The food major filed international patents for dough to make gluten-free pizzas, pies and cookies. All three doughs contain less than 20 parts per million (ppm) of gluten to align with regulations.
General Mills said while gluten-free mixes were already commercially available for all three product categories, there remained a market need to introduce ready-to-bake doughs because dry mixes had several downfalls.
“These mixes tend to produce doughs and baked products that are not as satisfying as the gluten containing products. For example, the taste, texture and mouth feel of the baked product may not be satisfactory as compared to a gluten containing baked product and the baked product may be dry and have a crumbly and/or gritty texture,” it wrote in the patent filings.
In addition, it said there was a huge desire for increased convenience among consumers. “Consumers enjoy the modern convenience of ready-to-bake products which can go directly from the pantry, refrigerator or freezer to the oven or other associated baking appliance without the need for additional preparation steps and/or the addition of ingredients.”
The cookie dough, for example, was ‘spoonable’ and the pizza and pie doughs ‘workable’, General Mills said, meaning consumers could readily spoon or scoop the cookie dough from the container or roll out and use the pizza and pie dough immediately.
For the cookies, General Mills said 'spoonability’ enabled improved portion control for consumers. “The consumer can simply spoon out as much or as little of the dough as is desired and store the remaining portion in the refrigerator for later use,” it explained.
No easy feat
The development of such products, however, came with a mass of technical challenges, the company said.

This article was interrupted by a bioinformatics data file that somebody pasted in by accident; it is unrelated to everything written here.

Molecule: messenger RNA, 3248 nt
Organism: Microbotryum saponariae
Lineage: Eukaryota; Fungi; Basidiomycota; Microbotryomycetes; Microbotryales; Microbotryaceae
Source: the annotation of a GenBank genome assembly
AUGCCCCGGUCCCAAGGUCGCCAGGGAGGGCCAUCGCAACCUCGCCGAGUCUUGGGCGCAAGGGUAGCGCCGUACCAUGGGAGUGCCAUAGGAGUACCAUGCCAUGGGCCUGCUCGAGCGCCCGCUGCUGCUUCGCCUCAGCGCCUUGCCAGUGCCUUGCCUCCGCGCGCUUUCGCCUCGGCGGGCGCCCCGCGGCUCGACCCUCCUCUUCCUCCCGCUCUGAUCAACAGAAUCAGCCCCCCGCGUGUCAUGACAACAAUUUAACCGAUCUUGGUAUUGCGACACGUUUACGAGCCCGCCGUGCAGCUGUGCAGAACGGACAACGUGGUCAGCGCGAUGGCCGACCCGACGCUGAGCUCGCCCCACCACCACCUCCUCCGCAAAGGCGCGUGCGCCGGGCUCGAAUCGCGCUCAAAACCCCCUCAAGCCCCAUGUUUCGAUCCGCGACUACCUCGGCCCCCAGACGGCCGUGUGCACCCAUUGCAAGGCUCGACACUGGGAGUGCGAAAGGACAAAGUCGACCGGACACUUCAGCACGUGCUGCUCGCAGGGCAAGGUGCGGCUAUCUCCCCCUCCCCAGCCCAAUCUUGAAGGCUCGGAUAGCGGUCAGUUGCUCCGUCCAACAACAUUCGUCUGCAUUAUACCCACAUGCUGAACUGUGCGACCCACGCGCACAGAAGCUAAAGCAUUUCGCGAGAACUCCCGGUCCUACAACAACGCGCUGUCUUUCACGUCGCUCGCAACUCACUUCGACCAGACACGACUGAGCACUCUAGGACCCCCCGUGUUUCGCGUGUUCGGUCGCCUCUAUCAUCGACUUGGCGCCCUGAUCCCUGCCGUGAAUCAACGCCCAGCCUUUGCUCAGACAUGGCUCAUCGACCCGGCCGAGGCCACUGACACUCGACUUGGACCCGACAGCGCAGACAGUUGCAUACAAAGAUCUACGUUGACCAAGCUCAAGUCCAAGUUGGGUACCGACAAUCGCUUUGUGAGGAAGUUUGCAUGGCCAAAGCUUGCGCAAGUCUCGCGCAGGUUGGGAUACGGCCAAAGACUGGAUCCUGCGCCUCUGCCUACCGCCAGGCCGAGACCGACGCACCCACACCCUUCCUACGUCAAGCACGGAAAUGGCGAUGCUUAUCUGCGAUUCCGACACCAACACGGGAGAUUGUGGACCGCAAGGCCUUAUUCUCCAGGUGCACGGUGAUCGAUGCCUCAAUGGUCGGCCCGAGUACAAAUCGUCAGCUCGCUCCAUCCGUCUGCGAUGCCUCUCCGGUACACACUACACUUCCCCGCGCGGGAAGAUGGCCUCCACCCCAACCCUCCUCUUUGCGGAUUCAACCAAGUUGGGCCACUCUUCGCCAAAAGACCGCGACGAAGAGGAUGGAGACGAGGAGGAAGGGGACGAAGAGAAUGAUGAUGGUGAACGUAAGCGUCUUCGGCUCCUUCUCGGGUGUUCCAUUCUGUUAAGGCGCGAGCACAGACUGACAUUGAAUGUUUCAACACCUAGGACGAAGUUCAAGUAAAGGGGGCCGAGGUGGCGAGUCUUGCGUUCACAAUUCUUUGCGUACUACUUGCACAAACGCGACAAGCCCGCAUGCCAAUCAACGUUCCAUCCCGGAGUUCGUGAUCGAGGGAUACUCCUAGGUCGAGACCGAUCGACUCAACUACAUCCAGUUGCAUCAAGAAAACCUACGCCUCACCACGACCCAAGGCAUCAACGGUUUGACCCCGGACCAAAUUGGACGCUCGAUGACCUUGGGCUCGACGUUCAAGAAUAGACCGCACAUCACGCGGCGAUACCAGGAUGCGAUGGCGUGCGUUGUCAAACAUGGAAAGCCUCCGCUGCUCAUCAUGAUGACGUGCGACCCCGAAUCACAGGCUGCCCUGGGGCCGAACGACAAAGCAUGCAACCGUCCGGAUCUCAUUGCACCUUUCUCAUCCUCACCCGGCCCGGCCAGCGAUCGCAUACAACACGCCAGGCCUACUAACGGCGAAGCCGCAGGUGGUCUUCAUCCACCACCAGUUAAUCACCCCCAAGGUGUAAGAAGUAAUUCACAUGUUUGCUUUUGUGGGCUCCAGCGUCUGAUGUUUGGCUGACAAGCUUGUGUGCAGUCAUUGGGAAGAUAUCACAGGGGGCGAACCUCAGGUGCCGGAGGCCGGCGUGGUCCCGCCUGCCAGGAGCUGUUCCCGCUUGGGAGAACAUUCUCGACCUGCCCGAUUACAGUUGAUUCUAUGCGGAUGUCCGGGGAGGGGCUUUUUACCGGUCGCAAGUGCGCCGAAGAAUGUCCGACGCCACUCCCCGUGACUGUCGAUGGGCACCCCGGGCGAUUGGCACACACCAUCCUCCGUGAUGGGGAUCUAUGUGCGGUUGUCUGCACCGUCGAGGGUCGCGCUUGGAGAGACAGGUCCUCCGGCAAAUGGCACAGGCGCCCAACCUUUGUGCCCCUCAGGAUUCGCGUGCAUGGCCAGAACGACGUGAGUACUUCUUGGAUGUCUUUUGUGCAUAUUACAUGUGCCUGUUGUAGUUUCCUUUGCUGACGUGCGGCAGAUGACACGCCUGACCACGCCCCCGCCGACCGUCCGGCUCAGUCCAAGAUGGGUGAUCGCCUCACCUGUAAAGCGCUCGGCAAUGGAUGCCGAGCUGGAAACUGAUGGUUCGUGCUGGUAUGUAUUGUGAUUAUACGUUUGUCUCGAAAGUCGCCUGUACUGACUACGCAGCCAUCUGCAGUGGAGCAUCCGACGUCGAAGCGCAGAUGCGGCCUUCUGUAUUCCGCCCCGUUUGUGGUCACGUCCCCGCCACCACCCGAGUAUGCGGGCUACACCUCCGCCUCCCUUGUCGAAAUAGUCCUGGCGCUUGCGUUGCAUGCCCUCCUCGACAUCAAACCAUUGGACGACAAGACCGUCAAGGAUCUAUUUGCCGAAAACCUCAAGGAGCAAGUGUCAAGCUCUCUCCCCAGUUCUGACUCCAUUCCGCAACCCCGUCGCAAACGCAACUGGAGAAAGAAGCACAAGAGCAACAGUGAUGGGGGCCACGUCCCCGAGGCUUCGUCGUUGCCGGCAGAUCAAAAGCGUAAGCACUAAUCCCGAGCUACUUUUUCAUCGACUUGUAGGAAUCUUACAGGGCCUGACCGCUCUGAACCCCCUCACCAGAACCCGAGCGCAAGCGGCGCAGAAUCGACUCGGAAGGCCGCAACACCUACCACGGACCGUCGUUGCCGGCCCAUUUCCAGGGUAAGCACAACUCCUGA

“Ready-to-bake gluten-free dough adds additional challenges including shelf stability, dough handling properties and the inability for consumers to adjust or manipulate the ingredients of the dough.”
An additional challenge, it said, was product storage refrigerated conditions for an extended period of time – anything between 75 and 120 days.
Despite these challenges, General Mills said it had developed doughs that tasted as good as their gluten-containing counterparts and could be stored for a long period of time without the need for hermetic or pressurized sealing. The secret? Using a blend of ingredients for the gluten-free flour mix within the dough, it explained.
The cookie dough, for example, could be made with a blend of rice flour, potato starch and a tapioca starch or corn starch; the pizza dough with rice, sorghum and millet flour and tapioca starch; and the pie dough with rice and sorghum flour and potato and corn starches.
It was the blend, it said, that ensured a product with taste, texture and rheology similar to gluten containing products. Importantly, it said a reduction in the amount of rice flour used reduced unwanted gritty texture.
The dough formulations also contained sugars – to help with flavor and water activity reduction. “Useful sugars include saccharides such as monosaccharides and disaccharides,” General Mills said.
For example, fructose, xylose, arabinose and glucose could all be used in the formulation. “Sucrose is present in the ready-to-bake dough to provide sweetness and may affect the spread of the dough during baking.”
Antimicrobials like sorbic acid or potassium sorbate should also be incorporated to inhibit mold or yeast growth, it said, at a level of 0.25-1.5% of overall weight dough.
Flours used in the mix could also be pre-treated to reduce or eliminate microbiological activity.
Source: WIPO Publication Nos: WO/2014/193417 [pizza], WO/2014/193422 [pie] and WO/2014/193421
All filed: May 31, 2013. Published: October 4, 2014 [pizza], December 4, 2014 [pie and cookie]
“Ready-to-bake gluten-free pizza/pie/cookie dough formulations”
Authors: General Mills – M. Dacey and C. O’Oconnor